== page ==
Laboratory for Future Electronics
Our vision is to improve people’s life quality by developing the novel materials, architectures, and processes that will enable the electronics of the future.
LFE contributes to TUT’s strategic themes of digital operating environment and health technology. Our focus is on the hardware of Internet-of-Everything (IoE) for ambient intelligence and healthcare (body-monitoring) applications.
With regard to ambient intelligence, a medium-term goal is the enabling of environmentally friendly and economically feasible energy autonomy through energy harvesting and storage, while a long-term goal is the development of high-performance, low-energy circuitry for computation and wireless communication. With regard to healthcare, a medium-term goal is enabling remote hospital level monitoring systems while long-term goal is to development of epidermal temporary tattoo-like monitoring devices.
LFE investigates technologies and solutions related to energy-autonomy (storage and harvesting), sensors, conformably wearable electronics (soft/stretchable, on-skin, textile), and hybrid system integration. Strong emphasis is placed on scalable, low-cost manufacturing methods such as printing as well as their integration with more conventional component assembly methods. In addition to printable conductive materials, LFE also explores new device and circuit approaches based on printable organic and metal oxide semiconductors.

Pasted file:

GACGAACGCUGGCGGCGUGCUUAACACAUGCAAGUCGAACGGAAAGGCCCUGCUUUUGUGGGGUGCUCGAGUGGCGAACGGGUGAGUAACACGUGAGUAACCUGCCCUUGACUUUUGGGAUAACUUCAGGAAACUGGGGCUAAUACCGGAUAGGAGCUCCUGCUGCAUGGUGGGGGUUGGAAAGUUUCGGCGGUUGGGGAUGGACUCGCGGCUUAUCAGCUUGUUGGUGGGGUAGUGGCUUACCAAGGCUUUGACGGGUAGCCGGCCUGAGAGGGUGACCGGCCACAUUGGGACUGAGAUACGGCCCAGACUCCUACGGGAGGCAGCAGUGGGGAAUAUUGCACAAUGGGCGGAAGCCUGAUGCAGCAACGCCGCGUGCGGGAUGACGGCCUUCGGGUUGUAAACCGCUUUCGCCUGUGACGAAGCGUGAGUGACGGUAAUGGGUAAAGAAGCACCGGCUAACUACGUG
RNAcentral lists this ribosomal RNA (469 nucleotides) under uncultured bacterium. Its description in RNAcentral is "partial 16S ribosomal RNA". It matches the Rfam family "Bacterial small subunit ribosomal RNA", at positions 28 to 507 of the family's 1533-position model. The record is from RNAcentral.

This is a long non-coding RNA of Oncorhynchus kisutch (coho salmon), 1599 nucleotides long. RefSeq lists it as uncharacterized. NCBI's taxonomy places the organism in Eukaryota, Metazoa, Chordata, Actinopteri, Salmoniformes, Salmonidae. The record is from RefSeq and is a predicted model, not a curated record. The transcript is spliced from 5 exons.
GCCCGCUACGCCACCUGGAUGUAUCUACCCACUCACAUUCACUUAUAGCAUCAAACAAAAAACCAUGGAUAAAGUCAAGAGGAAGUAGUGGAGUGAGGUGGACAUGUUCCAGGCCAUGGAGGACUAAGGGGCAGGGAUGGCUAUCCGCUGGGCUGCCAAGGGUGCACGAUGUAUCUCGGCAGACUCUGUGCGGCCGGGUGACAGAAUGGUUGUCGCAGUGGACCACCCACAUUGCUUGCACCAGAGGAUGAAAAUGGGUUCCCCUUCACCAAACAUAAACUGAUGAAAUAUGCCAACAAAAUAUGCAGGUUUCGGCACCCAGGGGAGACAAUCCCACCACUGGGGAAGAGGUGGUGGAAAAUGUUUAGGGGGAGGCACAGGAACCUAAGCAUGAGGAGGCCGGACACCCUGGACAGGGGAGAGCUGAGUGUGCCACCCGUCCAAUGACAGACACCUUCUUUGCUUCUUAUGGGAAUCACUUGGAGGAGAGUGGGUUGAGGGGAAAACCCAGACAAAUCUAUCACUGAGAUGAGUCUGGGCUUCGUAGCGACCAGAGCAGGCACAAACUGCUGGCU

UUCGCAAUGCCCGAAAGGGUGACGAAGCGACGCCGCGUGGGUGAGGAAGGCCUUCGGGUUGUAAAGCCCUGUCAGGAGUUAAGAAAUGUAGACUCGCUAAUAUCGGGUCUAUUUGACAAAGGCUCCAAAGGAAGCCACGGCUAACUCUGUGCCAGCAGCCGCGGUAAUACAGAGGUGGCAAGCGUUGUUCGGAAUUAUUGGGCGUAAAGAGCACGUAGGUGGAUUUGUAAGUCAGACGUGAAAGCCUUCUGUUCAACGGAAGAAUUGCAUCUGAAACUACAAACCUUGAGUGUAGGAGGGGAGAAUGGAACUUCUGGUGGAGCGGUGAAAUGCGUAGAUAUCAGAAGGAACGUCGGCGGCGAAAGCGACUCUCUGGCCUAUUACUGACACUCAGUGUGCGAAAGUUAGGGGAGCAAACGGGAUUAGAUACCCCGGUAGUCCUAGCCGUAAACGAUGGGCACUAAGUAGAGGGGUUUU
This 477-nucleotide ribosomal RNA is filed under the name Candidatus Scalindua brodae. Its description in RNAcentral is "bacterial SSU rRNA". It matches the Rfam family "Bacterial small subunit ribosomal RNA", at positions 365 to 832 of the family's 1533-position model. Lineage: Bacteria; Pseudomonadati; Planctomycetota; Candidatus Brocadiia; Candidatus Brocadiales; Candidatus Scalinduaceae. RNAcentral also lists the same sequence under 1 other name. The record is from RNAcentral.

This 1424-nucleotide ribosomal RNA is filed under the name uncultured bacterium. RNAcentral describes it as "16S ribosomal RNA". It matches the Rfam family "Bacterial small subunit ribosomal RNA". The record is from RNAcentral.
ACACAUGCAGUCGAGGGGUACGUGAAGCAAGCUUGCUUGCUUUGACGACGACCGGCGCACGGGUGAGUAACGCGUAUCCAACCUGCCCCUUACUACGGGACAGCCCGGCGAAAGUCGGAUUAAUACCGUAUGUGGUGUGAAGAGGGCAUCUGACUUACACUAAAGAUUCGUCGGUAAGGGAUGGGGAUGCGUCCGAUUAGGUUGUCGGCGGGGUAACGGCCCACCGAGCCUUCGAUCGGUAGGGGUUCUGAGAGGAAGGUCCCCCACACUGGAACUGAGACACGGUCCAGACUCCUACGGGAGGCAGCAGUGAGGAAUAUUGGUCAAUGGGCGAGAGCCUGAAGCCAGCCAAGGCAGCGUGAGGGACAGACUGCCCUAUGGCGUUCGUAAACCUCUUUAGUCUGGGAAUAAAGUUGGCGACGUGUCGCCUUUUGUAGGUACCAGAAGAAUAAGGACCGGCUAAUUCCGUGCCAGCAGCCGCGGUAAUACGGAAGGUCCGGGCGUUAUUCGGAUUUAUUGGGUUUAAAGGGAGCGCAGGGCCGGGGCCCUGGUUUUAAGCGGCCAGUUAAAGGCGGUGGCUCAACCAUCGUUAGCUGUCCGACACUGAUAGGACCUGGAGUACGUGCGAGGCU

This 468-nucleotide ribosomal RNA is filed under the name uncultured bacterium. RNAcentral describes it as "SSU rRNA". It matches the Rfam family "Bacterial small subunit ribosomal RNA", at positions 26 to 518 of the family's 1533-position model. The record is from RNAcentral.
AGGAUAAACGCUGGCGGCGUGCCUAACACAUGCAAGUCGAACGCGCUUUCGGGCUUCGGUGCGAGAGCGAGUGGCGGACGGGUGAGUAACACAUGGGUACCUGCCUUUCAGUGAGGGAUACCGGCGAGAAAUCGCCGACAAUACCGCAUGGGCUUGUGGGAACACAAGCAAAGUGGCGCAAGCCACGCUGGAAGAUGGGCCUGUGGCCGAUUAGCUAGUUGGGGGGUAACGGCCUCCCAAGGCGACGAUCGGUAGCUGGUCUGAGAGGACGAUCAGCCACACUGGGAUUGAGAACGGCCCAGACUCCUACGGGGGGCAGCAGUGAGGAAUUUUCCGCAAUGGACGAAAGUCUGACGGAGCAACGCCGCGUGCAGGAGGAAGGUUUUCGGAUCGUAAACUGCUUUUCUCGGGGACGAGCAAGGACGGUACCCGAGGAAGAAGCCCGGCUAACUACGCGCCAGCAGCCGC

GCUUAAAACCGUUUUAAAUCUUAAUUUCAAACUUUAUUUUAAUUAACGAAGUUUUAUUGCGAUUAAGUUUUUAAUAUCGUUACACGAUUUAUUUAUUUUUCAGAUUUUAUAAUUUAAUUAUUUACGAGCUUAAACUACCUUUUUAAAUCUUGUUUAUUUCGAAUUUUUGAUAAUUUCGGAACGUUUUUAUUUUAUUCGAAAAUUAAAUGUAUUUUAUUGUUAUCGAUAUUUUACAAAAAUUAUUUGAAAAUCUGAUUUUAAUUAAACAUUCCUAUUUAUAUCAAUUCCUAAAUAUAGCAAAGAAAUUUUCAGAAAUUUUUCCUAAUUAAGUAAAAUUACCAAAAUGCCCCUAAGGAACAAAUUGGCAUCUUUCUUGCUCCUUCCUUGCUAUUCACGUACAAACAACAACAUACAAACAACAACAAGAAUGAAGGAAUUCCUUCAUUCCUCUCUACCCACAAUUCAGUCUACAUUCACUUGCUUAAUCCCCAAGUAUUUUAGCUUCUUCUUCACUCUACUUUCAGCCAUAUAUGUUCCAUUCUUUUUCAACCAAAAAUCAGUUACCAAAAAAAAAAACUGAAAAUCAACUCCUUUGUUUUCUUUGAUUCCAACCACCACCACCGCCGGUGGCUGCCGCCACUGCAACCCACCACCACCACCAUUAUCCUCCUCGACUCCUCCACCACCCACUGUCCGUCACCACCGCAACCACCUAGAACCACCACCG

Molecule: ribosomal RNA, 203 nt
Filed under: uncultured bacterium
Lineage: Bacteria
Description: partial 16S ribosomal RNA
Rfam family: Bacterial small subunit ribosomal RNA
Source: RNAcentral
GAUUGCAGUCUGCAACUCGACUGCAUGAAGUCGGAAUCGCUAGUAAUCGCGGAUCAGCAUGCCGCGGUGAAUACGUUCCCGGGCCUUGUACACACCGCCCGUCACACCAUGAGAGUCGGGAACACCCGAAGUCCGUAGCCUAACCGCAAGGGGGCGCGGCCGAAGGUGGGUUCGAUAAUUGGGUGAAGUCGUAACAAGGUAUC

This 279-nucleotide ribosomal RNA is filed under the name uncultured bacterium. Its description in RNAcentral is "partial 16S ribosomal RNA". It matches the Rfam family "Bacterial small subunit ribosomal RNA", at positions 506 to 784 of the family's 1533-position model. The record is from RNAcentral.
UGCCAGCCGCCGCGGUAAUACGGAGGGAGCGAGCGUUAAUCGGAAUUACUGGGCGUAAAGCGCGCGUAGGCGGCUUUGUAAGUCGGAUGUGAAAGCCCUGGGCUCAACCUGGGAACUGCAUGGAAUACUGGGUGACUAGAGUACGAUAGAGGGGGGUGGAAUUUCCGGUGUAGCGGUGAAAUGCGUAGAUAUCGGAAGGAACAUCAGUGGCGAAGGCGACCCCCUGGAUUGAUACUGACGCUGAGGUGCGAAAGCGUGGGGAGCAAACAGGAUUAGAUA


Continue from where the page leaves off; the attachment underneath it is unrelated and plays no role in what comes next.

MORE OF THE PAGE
The LFE is comprised of two research groups:
*Please see the TUT open position page for available job openings
Our Smart Chocolate Box was highlighted at InterPack 2017 in Dusseldorf (May 2017). Check out the video! (0.25 seconds in)
Dr. Kate Stone visited TUT on November 30, 2016. Check out her talk!
An energy autonomous hybrid system exhibited at LOPEC 2016 in Munich:
Demonstration VIDEO of our Smart Chocolate Box (LOPEC 2016 (lopec.com) demo competition submission)
*along with all our external collaborators from Aalto University, Stora Enso, and Walki Oy; we thank the members of TUT who contributed. Specifically, members from the Department of Electronics and Communications Engineering, the Department of Electrical Engineering, and the Optoelectronics Research Center.